GP Short Notes

GP Short Notes # 811, 9 February 2024

EU finalises rulebook on AI Act: Reactions and implications
Rosemary Kurian

EU finalises rulebook on AI regulations: Reactions and implications 
By Rosemary Kurian

On 02 February, 27 EU member countries approved the Artificial Intelligence regulation act known as the world’s first comprehensive AI Rulebook. This follows a political agreement between the EU member states in December 2023 after addressing concerns over limiting the growth of homegrown AI models through careful analysis.
What is the new EU AI Law?
The AI Act was first proposed by the EU in 2021 in an attempt to create a set of rules to manage its technological advancements as well as prevent any grave consequences the technology might bear against the general public. It aims to do the latter by setting specific rules for the providers, deployers, importers and manufacturers of AI products and technology within the EU market. Firstly, the act in its Article 3(1) attempts to define AI as “A machine-based system designed to operate with varying levels of autonomy and that may exhibit adaptiveness after deployment and that, for explicit or implicit objectives, infers, from the input it receives, how to generate outputs such as predictions, content, recommendations, or decisions that can influence physical or virtual environments.” While the act applies to the aforementioned categories within the EU or third parties that provide systems in use within the EU market, it will not affect military AI systems or those that are used for the sole purpose of scientific research and development. Similarly, no restrictions have been placed on free open-source AI systems unless specific risks have been identified by the EU.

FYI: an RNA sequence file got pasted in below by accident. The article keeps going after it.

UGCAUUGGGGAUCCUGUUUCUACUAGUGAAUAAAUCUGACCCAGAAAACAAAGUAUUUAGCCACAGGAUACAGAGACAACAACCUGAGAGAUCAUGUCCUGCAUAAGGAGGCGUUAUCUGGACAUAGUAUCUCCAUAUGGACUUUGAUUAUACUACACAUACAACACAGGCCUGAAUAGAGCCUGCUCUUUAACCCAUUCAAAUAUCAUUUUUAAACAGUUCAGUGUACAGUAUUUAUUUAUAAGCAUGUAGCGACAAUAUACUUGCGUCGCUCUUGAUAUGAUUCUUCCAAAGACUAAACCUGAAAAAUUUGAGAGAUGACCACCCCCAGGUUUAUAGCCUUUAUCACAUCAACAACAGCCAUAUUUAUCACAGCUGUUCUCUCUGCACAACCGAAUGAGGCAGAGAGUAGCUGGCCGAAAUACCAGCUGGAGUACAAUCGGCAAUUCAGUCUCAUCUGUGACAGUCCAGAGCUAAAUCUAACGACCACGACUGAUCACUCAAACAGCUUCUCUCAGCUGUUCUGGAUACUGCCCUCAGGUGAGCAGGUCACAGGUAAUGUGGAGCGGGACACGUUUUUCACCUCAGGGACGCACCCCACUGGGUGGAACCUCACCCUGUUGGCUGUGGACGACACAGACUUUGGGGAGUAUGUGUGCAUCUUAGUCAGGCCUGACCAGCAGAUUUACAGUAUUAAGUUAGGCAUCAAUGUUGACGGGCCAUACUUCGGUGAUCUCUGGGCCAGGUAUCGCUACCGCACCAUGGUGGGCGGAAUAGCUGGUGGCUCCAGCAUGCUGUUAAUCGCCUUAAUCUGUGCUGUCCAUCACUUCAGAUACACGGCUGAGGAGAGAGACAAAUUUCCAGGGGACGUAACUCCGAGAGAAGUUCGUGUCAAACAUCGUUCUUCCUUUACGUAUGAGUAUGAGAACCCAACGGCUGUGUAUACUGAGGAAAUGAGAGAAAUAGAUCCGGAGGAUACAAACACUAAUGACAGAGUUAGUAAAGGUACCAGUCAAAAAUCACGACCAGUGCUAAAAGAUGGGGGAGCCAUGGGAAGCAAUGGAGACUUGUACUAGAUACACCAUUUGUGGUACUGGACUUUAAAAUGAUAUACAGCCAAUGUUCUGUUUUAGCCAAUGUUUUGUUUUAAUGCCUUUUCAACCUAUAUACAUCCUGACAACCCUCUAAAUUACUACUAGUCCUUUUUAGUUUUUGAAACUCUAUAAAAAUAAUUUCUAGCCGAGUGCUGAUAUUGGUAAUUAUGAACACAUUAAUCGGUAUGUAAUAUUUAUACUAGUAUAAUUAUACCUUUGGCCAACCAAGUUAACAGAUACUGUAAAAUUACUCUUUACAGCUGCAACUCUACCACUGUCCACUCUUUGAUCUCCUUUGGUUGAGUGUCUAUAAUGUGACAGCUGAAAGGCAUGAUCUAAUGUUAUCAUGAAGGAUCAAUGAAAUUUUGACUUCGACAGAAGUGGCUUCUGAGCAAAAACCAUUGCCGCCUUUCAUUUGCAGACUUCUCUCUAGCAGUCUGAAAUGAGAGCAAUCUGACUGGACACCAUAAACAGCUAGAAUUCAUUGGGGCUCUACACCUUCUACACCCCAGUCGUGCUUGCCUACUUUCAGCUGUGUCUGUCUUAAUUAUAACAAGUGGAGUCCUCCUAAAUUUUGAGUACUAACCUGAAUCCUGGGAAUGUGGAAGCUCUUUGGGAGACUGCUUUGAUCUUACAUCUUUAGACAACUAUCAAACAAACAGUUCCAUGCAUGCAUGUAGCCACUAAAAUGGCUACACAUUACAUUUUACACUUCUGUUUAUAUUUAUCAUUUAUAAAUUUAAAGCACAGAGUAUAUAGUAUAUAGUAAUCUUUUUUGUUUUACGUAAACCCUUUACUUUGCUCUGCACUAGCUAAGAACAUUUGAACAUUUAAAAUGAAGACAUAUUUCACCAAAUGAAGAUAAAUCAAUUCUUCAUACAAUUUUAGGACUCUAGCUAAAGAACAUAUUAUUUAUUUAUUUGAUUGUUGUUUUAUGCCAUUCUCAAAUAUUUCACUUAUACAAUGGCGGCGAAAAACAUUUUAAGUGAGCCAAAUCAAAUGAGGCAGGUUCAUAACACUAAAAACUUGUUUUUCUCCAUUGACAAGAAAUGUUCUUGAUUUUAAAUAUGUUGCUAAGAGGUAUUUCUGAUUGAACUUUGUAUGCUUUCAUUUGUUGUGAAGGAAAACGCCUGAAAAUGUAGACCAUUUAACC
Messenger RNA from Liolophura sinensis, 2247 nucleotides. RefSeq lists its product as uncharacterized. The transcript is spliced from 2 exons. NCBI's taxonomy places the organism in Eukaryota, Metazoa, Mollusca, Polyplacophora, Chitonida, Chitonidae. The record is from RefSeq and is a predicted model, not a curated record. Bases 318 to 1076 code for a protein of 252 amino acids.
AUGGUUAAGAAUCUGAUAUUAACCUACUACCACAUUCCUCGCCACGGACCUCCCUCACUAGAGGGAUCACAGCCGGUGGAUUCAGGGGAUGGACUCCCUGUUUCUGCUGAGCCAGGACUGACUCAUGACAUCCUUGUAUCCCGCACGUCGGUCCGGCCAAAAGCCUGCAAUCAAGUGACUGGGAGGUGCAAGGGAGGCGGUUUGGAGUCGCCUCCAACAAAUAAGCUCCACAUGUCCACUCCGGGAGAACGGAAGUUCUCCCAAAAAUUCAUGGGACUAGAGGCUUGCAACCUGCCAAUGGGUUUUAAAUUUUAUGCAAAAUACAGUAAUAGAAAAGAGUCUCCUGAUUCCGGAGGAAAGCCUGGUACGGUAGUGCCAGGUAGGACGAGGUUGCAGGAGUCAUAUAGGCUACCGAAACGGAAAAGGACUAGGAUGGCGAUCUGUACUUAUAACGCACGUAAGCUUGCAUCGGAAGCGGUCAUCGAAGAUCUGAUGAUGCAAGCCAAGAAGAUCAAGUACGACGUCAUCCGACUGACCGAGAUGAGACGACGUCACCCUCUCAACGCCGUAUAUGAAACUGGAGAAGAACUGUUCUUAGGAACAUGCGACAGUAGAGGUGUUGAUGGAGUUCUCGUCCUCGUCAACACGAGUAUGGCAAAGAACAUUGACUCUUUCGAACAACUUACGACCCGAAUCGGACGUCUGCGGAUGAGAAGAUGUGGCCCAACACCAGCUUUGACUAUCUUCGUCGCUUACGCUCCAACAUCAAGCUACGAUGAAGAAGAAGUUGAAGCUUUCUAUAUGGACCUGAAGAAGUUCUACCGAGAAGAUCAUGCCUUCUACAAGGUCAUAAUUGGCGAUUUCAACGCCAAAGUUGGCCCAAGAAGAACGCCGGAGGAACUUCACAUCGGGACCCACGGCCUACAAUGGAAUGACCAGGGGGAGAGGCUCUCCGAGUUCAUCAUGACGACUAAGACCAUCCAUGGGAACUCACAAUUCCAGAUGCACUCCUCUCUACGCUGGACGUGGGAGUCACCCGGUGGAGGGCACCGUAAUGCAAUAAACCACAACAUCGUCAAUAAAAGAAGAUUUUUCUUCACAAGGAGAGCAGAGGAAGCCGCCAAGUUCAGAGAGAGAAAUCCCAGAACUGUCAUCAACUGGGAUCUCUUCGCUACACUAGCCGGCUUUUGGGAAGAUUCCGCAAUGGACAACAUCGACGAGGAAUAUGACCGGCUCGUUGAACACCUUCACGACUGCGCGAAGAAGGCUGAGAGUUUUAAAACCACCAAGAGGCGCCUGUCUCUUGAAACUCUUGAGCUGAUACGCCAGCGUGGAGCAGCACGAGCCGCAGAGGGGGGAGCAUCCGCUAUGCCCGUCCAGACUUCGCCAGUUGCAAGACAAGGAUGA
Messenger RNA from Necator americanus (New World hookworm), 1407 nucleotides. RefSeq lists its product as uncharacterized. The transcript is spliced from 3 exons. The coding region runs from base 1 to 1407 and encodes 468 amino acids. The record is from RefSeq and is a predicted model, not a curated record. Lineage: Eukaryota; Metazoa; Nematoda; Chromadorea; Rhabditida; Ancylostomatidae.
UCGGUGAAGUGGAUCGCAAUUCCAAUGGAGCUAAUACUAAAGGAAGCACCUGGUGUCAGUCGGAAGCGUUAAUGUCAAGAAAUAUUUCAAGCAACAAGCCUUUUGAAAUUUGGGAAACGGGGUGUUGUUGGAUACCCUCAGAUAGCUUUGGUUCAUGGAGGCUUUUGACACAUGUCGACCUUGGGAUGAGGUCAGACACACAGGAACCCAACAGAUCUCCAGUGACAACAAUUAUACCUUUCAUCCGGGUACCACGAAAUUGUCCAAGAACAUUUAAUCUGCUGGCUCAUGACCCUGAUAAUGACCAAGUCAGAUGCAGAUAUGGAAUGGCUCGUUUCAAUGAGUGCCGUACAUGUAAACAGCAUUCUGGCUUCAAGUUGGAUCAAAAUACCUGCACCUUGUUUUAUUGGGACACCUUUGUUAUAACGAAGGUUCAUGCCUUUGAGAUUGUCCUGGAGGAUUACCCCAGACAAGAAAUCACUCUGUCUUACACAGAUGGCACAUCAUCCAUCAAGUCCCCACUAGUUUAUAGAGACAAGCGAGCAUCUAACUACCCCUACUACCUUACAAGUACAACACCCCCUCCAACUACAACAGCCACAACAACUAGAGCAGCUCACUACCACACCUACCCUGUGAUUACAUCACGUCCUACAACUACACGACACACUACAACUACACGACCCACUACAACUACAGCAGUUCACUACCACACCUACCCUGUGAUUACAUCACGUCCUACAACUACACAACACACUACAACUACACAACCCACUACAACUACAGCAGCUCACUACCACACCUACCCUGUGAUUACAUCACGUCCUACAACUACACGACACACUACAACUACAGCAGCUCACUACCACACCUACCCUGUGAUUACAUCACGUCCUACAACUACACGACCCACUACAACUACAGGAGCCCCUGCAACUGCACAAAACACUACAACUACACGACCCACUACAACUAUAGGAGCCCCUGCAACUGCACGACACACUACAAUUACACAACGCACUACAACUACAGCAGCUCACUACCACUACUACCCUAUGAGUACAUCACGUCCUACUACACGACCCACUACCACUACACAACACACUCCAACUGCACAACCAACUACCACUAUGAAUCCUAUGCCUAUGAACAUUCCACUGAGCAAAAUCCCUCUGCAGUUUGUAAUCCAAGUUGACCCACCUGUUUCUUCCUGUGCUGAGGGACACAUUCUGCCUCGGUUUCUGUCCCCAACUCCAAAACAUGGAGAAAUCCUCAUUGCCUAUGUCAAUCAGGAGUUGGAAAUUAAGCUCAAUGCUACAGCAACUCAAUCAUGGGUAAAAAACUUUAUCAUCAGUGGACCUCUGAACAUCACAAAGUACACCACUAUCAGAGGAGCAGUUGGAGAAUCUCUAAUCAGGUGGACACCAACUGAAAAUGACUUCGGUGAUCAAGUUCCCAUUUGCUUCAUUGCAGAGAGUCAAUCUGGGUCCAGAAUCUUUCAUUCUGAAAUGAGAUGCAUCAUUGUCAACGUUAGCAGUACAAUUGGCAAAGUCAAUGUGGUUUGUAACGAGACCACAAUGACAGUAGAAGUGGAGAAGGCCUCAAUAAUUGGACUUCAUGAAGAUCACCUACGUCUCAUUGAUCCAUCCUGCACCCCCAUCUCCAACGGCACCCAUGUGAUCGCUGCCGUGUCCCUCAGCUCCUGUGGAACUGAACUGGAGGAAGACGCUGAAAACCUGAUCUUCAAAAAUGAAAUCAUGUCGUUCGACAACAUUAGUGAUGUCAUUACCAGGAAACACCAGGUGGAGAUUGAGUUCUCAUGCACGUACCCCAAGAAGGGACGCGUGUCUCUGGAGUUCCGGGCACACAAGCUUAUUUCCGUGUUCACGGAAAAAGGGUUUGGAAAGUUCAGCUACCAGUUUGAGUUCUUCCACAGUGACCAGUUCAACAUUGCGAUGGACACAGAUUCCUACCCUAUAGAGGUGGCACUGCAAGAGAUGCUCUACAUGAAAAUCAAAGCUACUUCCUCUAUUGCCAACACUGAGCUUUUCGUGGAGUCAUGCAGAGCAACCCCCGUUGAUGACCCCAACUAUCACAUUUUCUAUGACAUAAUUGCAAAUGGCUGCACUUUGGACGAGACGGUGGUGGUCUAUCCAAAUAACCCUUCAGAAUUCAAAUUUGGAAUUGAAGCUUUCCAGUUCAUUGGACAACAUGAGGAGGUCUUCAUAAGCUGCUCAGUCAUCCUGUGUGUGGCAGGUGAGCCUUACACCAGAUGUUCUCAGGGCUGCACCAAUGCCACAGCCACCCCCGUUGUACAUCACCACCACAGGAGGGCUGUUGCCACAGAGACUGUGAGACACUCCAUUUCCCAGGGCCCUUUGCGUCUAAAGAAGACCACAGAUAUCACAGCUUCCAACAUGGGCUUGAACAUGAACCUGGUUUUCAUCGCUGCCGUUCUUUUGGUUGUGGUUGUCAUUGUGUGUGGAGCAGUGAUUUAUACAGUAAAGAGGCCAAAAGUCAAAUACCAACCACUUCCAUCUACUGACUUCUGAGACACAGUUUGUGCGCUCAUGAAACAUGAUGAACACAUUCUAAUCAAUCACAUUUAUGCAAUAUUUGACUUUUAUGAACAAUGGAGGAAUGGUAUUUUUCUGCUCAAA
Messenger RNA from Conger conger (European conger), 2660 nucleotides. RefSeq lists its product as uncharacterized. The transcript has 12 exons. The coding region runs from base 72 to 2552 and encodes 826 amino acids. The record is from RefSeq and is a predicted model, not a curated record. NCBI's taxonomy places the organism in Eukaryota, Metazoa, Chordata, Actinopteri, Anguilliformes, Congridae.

Article 5 of the Act lists out the forbidden activities using AI technology. The EU has proposed a ban on the use of technology that can influence behaviour through manipulative and deceptive AI systems or its use to exploit individual vulnerabilities. To prevent discrimination and hate crimes, the use of biometric information for the determination of individuals’ race, beliefs, sexual orientation, and membership to unions. In addition, the social tracking of an individual to deny them opportunities, use of Remote Biometric Identification (RBI) in public places, creating databases using facial recognition via CCTVs and using AI to deduce human emotions and behaviour in professional and educational spaces is forbidden. Exceptions for law enforcement purposes have been noted.
Article 6 lists out the classification of AI systems that are considered “high-risk” and an amendment of the same added exemptions to those systems that pose “no significant risk of harm, to the health, safety or fundamental rights of natural persons, including by not materially influencing the outcome of decision making.” The “high risk” components include biometrics and facial recognition tools not explicitly banned under Article 5, access to public services, private services like insurance and banking, elections, law enforcement, and migration. The producers of such systems must ensure practices of data governance, draft its risk-management measures, monitor its use through a human and record it, and guarantee accuracy and cyber security. The Act further regulates general purpose AI like ChatGPT and Google’s Bard by demanding creators to maintain technical documentation, determine the tool’s limits, document the copyrighted material used to train the software and abide by the EU’s rulebook.